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首页 » 英文科幻小说 » The Return of Dr. Fu-Manchu » CHAPTER VII. ENTER MR. ABEL SLATTIN
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 “I don’t blame you!” rapped Nayland Smith. “Suppose we say, then, a thousand pounds if you show us the present hiding-place of Fu-Manchu, the payment to be in no way subject to whether we profit by your information or not?”
Abel Slattin shrugged his shoulders, racially, and returned to the armchair which he had just quitted. He reseated himself, placing his hat and cane upon my writing-table.
“A little agreement in black and white?” he suggested smoothly.
Smith raised himself up out of the white cane chair, and, bending forward over a corner of the table, scribbled busily upon a sheet of notepaper with my fountain-pen.
The while he did so, I covertly studied our visitor. He lay back in the armchair, his heavy eyelids lowered deceptively. He was a thought overdressed—a big man, dark-haired and well groomed, who toyed with a monocle most unsuitable to his type. During the preceding conversation, I had been vaguely surprised to note Mr. Abel Slattin’s marked American accent.
Sometimes, when Slattin moved, a big diamond which he wore upon the third finger of his right hand glittered magnificently. There was a sort of bluish tint underlying the dusky skin, noticeable even in his hands but proclaiming itself significantly in his puffy face and especially under the eyes. I diagnosed a laboring valve somewhere in the heart system.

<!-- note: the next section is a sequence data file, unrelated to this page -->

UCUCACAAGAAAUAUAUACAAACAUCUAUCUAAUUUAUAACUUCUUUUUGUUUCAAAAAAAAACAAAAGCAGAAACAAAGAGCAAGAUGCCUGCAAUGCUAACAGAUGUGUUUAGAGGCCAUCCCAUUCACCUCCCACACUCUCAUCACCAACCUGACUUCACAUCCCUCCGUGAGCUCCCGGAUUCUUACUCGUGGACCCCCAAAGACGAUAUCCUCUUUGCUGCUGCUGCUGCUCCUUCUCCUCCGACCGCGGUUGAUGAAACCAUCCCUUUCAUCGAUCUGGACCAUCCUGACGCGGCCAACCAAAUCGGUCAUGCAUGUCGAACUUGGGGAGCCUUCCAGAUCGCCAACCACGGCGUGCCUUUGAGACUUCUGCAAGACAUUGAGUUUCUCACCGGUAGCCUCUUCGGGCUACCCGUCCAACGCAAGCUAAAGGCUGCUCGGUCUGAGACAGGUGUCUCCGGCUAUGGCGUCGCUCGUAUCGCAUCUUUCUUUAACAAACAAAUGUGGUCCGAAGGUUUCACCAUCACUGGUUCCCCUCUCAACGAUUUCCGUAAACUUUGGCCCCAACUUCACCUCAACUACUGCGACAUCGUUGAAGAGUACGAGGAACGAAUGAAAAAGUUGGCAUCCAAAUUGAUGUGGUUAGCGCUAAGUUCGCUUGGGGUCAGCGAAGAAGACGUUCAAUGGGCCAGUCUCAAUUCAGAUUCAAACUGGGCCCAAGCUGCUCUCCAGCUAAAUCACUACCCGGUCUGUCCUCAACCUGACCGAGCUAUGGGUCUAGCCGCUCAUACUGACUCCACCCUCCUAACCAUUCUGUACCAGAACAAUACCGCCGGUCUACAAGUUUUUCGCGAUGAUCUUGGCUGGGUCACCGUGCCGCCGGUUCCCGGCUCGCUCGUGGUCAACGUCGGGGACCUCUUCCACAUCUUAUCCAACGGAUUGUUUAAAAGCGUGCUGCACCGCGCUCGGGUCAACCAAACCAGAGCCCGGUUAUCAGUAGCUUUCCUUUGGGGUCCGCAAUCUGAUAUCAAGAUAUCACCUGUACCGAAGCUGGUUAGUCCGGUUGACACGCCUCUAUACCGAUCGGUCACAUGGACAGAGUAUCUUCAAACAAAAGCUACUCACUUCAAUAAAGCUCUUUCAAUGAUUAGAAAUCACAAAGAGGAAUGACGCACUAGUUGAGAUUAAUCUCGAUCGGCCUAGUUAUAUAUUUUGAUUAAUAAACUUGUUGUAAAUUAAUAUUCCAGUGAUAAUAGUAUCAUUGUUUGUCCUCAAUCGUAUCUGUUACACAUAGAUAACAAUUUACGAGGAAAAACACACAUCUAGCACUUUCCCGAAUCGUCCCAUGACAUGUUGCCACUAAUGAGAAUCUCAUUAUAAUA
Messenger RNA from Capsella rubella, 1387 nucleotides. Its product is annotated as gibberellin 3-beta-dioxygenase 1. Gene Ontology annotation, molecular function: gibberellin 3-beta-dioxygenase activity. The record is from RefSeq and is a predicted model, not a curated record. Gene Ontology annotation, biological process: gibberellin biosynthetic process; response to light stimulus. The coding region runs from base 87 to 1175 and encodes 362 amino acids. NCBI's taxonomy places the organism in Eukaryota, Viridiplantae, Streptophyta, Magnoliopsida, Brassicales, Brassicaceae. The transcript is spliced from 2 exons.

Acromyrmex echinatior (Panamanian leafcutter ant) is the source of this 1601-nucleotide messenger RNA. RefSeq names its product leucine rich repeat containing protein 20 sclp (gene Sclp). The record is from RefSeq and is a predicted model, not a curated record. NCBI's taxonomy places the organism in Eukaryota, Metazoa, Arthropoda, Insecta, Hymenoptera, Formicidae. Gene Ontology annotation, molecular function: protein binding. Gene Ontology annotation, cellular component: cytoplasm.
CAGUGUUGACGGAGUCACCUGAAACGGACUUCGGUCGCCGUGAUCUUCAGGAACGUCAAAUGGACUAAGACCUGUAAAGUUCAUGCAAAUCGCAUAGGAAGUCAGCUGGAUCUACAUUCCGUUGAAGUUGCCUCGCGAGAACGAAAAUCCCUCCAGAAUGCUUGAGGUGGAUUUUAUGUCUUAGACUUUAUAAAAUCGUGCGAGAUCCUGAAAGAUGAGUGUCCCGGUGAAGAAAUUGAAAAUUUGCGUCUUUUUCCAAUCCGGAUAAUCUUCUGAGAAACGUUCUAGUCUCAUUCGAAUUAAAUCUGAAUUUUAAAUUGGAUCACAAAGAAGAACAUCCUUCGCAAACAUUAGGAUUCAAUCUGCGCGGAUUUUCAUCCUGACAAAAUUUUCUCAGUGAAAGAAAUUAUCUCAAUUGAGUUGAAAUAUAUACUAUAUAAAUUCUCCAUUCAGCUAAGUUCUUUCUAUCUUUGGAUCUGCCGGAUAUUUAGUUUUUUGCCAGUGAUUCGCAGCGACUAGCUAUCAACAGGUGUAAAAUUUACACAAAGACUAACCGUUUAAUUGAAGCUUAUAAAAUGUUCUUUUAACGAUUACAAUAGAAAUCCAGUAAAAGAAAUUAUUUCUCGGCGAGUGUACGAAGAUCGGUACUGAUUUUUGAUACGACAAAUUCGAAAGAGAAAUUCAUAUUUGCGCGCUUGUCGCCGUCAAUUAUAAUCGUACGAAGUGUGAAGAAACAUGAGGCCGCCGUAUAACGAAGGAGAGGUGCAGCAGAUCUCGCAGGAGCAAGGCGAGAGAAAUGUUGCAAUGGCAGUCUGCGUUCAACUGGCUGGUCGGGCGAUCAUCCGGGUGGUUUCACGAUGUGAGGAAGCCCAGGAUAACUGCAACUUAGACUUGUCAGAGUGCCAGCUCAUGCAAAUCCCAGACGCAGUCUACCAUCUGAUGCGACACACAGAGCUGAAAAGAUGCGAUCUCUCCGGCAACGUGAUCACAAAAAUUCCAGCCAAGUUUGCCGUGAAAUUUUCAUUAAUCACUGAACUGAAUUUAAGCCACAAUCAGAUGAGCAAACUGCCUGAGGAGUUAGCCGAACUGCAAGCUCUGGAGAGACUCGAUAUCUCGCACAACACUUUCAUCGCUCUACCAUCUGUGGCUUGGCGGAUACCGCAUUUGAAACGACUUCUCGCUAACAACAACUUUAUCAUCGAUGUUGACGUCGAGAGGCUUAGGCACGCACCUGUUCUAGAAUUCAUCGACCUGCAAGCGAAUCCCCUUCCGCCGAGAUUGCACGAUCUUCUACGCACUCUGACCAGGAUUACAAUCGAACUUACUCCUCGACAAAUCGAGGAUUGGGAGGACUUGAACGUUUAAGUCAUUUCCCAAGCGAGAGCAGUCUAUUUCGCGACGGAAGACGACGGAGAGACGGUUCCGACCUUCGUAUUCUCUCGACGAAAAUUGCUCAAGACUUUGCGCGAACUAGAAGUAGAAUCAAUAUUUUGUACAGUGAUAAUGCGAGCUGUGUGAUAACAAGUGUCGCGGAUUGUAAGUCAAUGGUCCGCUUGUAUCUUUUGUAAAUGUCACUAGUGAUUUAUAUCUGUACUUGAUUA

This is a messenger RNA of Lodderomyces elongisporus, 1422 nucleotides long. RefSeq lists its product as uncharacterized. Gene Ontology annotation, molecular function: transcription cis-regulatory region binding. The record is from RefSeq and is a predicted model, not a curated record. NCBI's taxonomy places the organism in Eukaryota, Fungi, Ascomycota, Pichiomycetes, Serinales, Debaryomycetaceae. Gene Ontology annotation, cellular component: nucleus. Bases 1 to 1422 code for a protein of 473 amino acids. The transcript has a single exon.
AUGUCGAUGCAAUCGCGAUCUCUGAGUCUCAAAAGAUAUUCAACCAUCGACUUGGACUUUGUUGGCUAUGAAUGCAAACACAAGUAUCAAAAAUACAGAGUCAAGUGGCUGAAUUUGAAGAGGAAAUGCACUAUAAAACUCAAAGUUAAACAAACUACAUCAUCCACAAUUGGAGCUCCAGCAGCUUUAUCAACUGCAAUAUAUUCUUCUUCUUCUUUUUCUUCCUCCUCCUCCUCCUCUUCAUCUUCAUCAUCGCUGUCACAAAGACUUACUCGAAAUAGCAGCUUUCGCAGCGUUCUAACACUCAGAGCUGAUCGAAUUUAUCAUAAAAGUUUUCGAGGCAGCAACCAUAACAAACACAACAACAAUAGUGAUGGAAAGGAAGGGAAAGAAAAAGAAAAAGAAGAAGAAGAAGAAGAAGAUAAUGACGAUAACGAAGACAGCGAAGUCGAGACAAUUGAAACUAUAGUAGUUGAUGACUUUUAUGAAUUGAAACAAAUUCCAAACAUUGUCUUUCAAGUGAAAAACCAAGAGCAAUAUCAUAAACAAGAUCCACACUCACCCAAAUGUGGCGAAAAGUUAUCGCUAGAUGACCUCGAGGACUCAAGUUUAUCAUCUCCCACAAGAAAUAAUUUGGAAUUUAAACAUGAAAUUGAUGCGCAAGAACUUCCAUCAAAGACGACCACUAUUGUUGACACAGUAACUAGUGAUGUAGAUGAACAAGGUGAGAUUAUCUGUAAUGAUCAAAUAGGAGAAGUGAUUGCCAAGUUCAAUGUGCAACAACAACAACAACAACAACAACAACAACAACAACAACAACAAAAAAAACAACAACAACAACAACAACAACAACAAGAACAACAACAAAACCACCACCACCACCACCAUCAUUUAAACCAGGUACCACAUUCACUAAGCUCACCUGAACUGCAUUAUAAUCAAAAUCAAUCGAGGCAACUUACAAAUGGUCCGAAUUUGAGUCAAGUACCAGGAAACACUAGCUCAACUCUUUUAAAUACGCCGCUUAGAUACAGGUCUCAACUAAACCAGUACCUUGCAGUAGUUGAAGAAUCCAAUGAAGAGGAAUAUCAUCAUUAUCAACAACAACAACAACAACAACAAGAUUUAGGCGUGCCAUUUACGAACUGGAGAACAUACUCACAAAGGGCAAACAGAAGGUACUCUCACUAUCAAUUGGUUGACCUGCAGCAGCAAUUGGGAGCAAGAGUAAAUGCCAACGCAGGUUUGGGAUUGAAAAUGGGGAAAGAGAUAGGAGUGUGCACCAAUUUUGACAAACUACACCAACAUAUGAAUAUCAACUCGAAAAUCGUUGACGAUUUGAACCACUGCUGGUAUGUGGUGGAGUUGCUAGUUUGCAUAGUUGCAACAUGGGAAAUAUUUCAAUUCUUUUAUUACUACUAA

Nayland Smith’s pen scratched on. My glance strayed from our Semitic caller to his cane, lying upon the red leather before me. It was of most unusual workmanship, apparently Indian, being made of some kind of dark brown, mottled wood, bearing a marked resemblance to a snake’s skin; and the top of the cane was carved in conformity, to represent the head of what I took to be a puff-adder, fragments of stone, or beads, being inserted to represent the eyes, and the whole thing being finished with an artistic realism almost startling.
When Smith had tossed the written page to Slattin, and he, having read it with an appearance of carelessness, had folded it neatly and placed it in his pocket, I said:
“You have a curio here?”
Our visitor, whose dark eyes revealed all the satisfaction which, by his manner, he sought to conceal, nodded and took up the cane in his hand.
“It comes from Australia, Doctor,” he replied; “it’s aboriginal work, and was given to me by a client. You thought it was Indian? Everybody does. It’s my mascot.”
“It is indeed. Its former owner ascribed magical powers to it! In fact, I believe he thought that it was one of those staffs mentioned in biblical history—”
“Aaron’s rod?” suggested Smith, glancing at the cane.
“Something of the sort,” said Slattin, standing up and again preparing to depart.
“You will ‘phone us, then?” asked my friend.
“You will hear from me to-morrow,” was the reply.
Smith returned to the cane armchair, and Slattin, bowing to both of us, made his way to the door as I rang for the girl to show him out.
“Considering the importance of his proposal,” I began, as the door closed, “you hardly received our visitor with cordiality.”
“I hate to have any relations with him,” answered my friend; “but we must not be squeamish respecting our instruments in dealing with Dr. Fu-Manchu. Slattin has a rotten reputation—even for a private inquiry agent. He is little better than a blackmailer—”